Charles Leclerc, Ferrari, Hungaroring, 2020

Leclerc explains furious response to racism claims on social media

2020 70th Anniversary Grand Prix

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Charles Leclerc has hit back strongly against “disgusting” accusations of racism which he says have been made against him on social media.

Leclerc said he has been the focus of criticism as he is among a group of drivers who have not joined the majority of their rivals in ‘taking a knee’ before the start of races.

“It is very sad to see how some people manipulate my words to make headlines making me sound like a racist,” he stated on social media. “I am not racist and I absolutely hate racism. Racism is disgusting.

“Stop putting me in the same group as these disgusting people that are discriminating others because of their skin colour, religion or gender. I’m not part of them and I never will. I’ve always been respectful to everyone and that should be the standard in today’s world.

“And to whoever is using my image to promote their wrong ideas, please stop. I’m not into politics and I don’t want to be involved in that.”

Speaking in today’s FIA press conference, Leclerc said he wrote the posts “because I just don’t want to be judged any more.

“As I’ve said many times I’m quite active on social media and I just do not accept to be called the way I’ve been called in the last few weeks, negatively obviously, just because of not kneeling. I just wanted to make a straightforward Tweet just to express my feelings and that’s it.”

At last weekend’s British Grand Prix Kevin Magnussen, who previously joined other drivers in taking a knee, chose not to. He said he wanted to distance himself from the Black Lives Matter movement.

“I want to make sure that with the messaging of ending racism that I support that movement and not any sort of political organisation that I think the Black Lives Matter movement is,” he said.

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“So I kind of just want to separate myself from that and then push on with the ‘ending racism’ and that messaging, which I think is great that Formula 1 is doing and that all of the drivers are supporting. So I’m just joining that. That’s what I said before the second Austrian Grand Prix and that’s the way I’ll continue to do.”

Lewis Hamilton, who has championed the Black Lives Matter cause within Formula 1, said he does not believe discussions over whether drivers do or do not take the knee have been a distraction from the drivers’ stance against racism.

“I don’t think so,” he said. “I’m not watching, I’m not seeing it, I’m in it. I’m not seeing it from the outside so I don’t have the same perspective as everybody else.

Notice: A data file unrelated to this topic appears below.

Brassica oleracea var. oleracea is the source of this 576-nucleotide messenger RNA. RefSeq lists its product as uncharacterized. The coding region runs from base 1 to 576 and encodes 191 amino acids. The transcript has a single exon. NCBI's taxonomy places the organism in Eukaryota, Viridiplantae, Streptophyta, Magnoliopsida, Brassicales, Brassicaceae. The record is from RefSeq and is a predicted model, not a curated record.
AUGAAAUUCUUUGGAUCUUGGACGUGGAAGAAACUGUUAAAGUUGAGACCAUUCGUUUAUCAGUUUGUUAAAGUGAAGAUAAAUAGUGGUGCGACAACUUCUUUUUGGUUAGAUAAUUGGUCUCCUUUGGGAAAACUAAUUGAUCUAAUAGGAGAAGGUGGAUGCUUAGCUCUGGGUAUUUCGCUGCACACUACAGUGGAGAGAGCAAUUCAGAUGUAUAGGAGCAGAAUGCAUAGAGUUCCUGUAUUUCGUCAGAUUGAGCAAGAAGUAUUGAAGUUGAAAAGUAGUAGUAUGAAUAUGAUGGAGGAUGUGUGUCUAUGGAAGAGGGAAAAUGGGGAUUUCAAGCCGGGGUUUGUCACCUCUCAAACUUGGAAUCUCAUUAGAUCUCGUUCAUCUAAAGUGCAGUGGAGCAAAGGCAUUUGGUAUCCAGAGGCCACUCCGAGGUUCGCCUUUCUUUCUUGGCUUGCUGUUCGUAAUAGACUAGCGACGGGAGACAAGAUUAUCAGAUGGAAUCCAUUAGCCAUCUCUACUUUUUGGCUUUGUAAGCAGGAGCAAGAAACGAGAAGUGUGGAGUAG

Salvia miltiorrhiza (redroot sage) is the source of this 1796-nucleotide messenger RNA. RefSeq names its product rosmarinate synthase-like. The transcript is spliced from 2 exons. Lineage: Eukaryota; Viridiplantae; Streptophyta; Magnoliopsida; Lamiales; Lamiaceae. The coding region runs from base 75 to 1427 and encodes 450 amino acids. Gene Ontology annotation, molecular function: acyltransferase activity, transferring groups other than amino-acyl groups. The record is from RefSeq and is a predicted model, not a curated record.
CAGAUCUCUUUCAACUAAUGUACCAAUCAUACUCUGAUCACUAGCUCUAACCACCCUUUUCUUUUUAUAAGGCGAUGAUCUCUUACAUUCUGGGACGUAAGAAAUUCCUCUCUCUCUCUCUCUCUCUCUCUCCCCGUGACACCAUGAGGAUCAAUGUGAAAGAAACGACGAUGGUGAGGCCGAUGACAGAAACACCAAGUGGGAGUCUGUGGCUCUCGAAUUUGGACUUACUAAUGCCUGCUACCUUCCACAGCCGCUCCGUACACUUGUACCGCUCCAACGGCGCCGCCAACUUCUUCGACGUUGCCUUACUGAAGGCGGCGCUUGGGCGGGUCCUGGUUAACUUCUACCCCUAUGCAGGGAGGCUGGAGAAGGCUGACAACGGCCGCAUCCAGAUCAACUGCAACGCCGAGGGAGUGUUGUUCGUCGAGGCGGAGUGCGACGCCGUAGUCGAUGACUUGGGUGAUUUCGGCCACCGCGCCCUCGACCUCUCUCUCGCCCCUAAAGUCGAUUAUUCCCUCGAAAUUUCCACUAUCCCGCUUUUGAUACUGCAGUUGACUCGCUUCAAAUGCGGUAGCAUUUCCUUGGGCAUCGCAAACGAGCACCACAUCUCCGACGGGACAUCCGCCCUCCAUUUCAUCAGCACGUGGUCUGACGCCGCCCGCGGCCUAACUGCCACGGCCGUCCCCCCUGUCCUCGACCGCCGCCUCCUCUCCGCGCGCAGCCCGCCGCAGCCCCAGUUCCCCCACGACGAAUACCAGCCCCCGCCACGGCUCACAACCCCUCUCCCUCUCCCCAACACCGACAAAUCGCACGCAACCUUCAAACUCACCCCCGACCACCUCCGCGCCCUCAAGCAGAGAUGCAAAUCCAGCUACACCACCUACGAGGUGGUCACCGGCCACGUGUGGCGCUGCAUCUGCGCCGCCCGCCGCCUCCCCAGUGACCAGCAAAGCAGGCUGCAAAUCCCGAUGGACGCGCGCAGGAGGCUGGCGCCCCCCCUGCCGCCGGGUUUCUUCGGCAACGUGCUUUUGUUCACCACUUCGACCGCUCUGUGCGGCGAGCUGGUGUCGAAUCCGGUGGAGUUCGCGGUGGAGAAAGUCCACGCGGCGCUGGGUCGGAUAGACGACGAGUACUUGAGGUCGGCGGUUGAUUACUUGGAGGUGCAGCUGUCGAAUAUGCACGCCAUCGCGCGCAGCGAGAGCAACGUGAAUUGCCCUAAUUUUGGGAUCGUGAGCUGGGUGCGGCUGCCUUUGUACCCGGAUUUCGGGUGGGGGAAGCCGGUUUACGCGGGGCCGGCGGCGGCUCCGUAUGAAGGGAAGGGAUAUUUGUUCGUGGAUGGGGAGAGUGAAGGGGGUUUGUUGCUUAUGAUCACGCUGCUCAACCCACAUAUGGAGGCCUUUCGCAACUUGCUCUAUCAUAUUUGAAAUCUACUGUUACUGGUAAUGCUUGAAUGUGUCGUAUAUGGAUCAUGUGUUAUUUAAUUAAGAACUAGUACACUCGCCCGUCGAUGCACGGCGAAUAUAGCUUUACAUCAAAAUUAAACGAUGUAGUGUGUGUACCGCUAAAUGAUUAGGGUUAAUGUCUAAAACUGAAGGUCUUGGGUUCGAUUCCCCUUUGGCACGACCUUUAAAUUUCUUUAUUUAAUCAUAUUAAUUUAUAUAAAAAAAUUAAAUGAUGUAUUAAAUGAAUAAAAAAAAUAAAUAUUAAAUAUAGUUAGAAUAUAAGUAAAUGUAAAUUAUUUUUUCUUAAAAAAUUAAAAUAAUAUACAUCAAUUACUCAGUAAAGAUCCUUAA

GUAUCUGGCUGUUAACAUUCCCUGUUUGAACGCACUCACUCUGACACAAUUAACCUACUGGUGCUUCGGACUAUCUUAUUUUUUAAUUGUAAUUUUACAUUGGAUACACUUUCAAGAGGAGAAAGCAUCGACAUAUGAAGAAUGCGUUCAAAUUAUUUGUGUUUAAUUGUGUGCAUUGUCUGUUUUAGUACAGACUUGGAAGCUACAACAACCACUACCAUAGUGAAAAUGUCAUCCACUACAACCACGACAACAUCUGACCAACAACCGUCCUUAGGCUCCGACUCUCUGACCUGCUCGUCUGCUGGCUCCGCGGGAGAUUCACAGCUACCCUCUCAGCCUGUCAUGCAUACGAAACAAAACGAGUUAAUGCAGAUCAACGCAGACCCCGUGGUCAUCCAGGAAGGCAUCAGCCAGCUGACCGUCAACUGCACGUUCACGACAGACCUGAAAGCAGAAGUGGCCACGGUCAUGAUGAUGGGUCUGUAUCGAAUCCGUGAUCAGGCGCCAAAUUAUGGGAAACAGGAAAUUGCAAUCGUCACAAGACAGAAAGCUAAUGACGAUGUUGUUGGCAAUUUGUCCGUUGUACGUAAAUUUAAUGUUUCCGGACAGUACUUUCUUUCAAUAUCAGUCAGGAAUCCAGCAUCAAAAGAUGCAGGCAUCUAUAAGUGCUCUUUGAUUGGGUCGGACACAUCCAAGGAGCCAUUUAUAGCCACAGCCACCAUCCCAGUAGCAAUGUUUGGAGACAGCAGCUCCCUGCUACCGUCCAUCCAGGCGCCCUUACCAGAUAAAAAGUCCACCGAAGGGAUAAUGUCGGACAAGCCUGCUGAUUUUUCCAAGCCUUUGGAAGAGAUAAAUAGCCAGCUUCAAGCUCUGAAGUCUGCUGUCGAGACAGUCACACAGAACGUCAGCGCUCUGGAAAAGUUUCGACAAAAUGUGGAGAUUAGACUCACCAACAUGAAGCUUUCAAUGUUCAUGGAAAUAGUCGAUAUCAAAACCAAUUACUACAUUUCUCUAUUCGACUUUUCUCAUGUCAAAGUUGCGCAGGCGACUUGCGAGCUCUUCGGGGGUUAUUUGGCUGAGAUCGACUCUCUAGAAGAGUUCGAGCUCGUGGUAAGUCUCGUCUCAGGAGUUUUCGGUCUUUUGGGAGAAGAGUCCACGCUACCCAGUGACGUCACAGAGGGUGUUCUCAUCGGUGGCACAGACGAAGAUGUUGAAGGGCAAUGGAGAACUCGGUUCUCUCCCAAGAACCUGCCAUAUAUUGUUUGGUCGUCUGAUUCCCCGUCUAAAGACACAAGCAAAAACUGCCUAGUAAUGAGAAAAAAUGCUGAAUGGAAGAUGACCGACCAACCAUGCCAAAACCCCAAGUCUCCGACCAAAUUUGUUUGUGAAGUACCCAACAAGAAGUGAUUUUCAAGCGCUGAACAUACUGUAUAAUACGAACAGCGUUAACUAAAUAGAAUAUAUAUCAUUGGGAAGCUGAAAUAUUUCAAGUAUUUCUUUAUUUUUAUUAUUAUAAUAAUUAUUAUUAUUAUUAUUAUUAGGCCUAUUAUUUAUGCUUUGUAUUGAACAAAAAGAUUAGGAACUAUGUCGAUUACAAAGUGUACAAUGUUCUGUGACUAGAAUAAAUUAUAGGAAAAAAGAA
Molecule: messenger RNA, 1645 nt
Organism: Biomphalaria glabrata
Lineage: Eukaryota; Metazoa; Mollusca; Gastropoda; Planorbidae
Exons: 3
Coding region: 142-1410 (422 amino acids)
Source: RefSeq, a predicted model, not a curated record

“But I’d like to think that just that we’re doing something and we are together in it is the most important thing.

“Of course you look at the other sports and most sports have ‘Black Lives Matter’ tops on, pretty much when I look at football teams, all teams, no matter what nationality they are, all take the knee. But then you see in basketball there’s some that don’t, you see in baseball some that don’t, it doesn’t mean that they’ve not united.”

However he said not everyone appreciates the significance of the gesture of taking a knee. “I think it is ultimately down to personal choice and you can’t force people into doing things.

“But I think it is a time where we can continue to educate each other and help people to understand what that symbol actually means. Because I think there’s a lot of people that don’t really know what it means and I think that’s something we’ll all learn.”

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Keith Collantine
Lifelong motor sport fan Keith set up RaceFans in 2005 - when it was originally called F1 Fanatic. Having previously worked as a motoring...

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43 comments on “Leclerc explains furious response to racism claims on social media”

  1. I hope all drivers have 19 other drivers supporting them in whatever way they decide to oppose racism.

  2. When will people stop making such a fuss out of this whole kneeling-thing like it’d be the end of the world?

    1. Not soon I am afraid…..

  3. Not speaking up shouldn’t equate to supporting racism.
    This culture of “if you do nothing then you’re part of the problem” in F1 has to end.
    But not taking a knee isn’t racism.
    Not standing on a crate and yelling with a megaphone against the existing systemic racism shouldn’t result in harassment.
    Yes racism exists. It can deny opportunities to those who are disenfranchised.
    Would I take a knee ? – 100% yes
    But we need allies in every direction and calling out people and humiliating them isn’t the way.

    1. “ This culture of “if you do nothing then you’re part of the problem” in F1 has to end.”

      I agree, but unfortunately it’s more than just the F1 world. You have some very vocal activists preaching “silence = violence”, which obviously it isn’t but makes for a good slogan.

    2. I 100% agree with you, I would take the knee but I won’t get mad at others that don’t

    3. It is the sort of issue with this that everybody knows but few are willing to say because it can backfire massively. Especially among the drivers whose actions in social media are closely watched by all kinds of people with different motives. There is a big group of people who are looking for the tiniest dings in your armor just so they can label you racist and then attack you. These people are openly foul, disrespectful and underhanded but claim to be on the “right side” of the argument. Maybe they are but their methods are not.

      Because of all this I can understand magnussen’s stance. If you kneel you are not just supporting to end racism but you are also supporting this group of social media vigilantes and their actions. Statements are typically clearer whereas gestures and slogans can change meaning or have more different meanings attached to them over time or when situations change. Kneeling as a gesture is not just about ending racism. It is a complex gesture with a lot and lot of social pressure and coercion behind it that is also anti-police and pro-blm. And by being pro-blm it also supports the goals, ideals and practices of that movement. Both on paper and on the streets and in the social media.